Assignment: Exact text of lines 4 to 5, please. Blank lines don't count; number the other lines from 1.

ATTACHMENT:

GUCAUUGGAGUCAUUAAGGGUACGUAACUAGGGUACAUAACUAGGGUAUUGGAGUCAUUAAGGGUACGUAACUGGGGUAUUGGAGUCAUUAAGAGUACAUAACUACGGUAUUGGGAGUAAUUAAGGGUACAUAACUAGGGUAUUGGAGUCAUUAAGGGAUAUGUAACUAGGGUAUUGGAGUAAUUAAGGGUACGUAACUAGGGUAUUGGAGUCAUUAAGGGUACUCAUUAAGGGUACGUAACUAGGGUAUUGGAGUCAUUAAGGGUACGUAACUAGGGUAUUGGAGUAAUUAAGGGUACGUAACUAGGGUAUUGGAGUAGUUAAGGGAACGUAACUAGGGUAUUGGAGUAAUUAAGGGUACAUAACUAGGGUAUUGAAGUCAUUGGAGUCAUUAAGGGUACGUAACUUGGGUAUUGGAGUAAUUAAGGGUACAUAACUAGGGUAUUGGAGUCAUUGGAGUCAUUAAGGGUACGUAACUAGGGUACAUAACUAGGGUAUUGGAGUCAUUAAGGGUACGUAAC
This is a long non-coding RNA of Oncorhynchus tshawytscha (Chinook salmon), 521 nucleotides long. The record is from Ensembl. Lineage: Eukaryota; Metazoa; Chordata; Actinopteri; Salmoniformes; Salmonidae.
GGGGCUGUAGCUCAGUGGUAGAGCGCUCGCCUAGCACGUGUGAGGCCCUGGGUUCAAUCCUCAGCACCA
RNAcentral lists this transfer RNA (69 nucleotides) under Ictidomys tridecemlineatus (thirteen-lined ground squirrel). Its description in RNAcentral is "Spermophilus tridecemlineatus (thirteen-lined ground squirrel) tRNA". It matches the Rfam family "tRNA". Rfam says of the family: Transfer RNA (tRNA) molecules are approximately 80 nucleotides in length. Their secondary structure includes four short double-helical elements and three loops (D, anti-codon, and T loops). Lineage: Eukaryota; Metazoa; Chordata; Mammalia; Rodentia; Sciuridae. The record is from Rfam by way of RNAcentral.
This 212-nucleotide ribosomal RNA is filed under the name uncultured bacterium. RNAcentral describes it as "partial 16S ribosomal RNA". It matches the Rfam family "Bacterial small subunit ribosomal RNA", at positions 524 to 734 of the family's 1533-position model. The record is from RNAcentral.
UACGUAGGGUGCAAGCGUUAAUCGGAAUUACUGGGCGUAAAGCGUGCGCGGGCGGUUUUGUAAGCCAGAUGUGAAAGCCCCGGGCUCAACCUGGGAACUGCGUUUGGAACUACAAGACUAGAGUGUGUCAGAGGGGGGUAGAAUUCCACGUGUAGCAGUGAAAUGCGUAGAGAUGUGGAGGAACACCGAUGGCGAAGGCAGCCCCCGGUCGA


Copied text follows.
RNAcentral lists this transfer RNA (69 nucleotides) under Ictidomys tridecemlineatus (thirteen-lined ground squirrel). Its description in RNAcentral is "Spermophilus tridecemlineatus (thirteen-lined ground squirrel) tRNA". It matches the Rfam family "tRNA". Rfam says of the family: Transfer RNA (tRNA) molecules are approximately 80 nucleotides in length. Their secondary structure includes four short double-helical elements and three loops (D, anti-codon, and T loops). Lineage: Eukaryota; Metazoa; Chordata; Mammalia; Rodentia; Sciuridae. The record is from Rfam by way of RNAcentral.
This 212-nucleotide ribosomal RNA is filed under the name uncultured bacterium. RNAcentral describes it as "partial 16S ribosomal RNA". It matches the Rfam family "Bacterial small subunit ribosomal RNA", at positions 524 to 734 of the family's 1533-position model. The record is from RNAcentral.